Sea Star Ejection

University of Texas Marine Science Institute
Sea Star Ejection
The white object at the tip of this sea star’s arm is being ejected from its body. Credit: University of Southern Denmark
Imagine that every time a veterinarian microchipped a dog or cat, the animal found a way to expel the microchip from its body. It turns out that is exactly what a sea star (aka starfish) does with a foreign object in its body. It pushes the object to the tip of an arm and then ejects it from its body.

Two Danish biology students discovered this trick when they tried to inject tags into sea stars to track them. Within a few days of inserting tags, the tags were shed. To figure out how this happened, the students inserted a magnet with similar dimensions as the tag and used another magnet outside the starfish to track the internal magnet’s position. They also used an ultrasound imager on the starfish to see the magnet’s position.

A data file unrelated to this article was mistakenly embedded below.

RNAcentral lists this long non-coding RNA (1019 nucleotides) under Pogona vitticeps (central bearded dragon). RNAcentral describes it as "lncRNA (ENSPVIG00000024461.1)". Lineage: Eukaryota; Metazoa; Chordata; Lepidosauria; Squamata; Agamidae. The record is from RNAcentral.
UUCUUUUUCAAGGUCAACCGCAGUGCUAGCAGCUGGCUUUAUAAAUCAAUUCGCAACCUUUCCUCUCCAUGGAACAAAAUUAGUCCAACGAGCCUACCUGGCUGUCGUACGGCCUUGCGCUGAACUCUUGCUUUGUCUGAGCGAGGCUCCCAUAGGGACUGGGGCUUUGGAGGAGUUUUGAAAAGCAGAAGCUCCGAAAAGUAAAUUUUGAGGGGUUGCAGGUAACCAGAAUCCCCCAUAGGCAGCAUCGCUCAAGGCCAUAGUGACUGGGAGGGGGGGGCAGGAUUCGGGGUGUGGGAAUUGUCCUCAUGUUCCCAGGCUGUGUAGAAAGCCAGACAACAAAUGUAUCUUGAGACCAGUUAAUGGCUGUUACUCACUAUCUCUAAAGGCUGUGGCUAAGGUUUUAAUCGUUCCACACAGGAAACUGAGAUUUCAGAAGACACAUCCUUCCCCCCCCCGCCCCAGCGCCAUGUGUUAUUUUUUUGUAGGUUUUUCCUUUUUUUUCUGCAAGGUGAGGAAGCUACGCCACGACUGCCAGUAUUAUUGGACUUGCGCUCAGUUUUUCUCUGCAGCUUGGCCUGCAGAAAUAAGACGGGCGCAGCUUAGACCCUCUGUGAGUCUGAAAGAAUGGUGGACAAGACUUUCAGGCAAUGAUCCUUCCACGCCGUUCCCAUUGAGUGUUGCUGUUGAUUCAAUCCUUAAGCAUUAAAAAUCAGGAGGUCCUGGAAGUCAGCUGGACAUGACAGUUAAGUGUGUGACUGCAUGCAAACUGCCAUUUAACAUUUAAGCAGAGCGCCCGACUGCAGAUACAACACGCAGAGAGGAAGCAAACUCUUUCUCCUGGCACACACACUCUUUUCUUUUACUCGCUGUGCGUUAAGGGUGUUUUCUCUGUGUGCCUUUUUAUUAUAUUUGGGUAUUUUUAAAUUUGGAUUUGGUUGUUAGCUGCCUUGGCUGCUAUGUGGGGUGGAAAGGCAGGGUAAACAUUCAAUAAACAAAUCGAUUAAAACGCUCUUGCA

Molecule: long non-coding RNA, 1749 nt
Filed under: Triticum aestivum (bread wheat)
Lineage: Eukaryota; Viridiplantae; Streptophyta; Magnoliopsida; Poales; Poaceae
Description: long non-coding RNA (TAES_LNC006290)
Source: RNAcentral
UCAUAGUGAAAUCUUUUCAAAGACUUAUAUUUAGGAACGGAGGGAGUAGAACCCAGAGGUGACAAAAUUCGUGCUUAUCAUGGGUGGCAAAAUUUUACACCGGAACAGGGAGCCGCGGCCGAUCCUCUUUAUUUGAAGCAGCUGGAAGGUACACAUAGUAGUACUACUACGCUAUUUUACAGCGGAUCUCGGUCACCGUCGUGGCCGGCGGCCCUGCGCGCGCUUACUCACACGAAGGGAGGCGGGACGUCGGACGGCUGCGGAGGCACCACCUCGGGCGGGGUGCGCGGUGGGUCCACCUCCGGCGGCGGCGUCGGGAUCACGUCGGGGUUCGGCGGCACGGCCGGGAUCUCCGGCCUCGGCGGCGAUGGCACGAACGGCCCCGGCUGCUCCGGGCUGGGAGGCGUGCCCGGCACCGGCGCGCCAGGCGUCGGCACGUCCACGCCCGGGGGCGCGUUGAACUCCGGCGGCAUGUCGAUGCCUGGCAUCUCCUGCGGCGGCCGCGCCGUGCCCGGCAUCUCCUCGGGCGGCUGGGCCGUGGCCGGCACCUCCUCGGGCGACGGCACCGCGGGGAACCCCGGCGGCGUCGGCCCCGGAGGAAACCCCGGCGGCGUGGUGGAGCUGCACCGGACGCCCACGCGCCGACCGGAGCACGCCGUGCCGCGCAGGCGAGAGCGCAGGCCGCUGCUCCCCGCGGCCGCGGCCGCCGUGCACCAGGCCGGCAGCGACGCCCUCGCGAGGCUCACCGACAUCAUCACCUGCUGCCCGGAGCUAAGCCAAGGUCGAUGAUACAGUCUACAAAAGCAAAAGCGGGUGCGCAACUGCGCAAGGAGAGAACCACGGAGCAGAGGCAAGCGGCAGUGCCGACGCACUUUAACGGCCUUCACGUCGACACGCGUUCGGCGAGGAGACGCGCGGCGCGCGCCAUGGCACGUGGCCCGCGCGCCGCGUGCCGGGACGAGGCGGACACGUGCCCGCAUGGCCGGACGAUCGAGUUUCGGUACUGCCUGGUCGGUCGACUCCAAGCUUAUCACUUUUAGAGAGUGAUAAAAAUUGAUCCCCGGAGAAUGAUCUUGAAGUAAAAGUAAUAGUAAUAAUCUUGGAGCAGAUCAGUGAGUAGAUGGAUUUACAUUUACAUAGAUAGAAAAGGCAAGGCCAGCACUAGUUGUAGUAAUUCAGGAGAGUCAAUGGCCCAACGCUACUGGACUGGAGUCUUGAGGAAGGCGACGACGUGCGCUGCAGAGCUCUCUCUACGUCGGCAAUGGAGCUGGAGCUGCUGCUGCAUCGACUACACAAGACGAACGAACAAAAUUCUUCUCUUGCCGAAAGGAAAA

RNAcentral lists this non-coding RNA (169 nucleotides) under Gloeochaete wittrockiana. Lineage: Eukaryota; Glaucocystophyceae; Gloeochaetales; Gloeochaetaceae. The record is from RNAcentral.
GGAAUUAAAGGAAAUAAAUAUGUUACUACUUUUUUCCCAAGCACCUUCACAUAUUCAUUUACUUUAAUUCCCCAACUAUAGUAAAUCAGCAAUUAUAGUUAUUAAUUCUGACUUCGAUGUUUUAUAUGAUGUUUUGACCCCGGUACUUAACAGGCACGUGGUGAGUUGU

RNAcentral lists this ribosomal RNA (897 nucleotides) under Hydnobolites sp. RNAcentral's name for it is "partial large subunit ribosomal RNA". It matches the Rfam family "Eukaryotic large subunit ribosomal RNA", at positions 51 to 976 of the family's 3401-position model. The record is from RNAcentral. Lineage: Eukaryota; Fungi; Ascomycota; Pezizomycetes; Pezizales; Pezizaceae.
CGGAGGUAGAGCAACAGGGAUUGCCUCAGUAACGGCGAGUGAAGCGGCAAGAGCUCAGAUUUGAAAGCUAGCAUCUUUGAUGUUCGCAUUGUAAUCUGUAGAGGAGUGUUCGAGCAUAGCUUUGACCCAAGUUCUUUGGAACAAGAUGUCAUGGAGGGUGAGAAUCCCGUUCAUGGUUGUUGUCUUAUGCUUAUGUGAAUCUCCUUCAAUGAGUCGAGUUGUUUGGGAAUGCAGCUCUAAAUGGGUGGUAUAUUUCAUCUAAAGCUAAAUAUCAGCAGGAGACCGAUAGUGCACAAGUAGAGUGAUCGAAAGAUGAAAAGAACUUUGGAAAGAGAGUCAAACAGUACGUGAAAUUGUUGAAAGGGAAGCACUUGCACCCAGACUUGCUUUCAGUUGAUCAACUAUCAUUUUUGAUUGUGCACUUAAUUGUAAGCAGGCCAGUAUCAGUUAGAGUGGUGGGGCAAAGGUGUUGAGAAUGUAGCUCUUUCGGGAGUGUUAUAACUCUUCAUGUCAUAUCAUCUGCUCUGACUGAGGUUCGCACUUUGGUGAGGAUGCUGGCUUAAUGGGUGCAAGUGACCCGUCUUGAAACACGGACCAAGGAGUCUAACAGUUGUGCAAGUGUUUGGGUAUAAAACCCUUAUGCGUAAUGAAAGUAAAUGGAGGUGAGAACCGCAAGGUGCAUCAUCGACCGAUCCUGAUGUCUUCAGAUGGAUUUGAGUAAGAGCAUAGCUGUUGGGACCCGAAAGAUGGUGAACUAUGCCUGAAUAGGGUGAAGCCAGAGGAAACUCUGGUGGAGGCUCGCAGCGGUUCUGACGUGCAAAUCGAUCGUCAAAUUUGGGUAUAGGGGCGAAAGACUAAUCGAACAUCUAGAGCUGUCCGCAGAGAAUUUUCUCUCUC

After about 10 days, the magnet made its way haphazardly past the sea star’s internal organs until it reached the tip of one of its arms. It seems that constrictions of the body wall near the object are what propel the foreign object toward the arm.

This was the first time scientists have seen such a behavior in any animal, so the discovery inspired many more questions about this remarkable ability: Why the tip of the arm? Exactly how are objects pushed out? Do other animals do this? Can a sea star eliminate any object, or does the size or shape make a difference? Does this offer any benefits to a sea star? It will take more observation and research to understand sea stars’ unique ejection ability.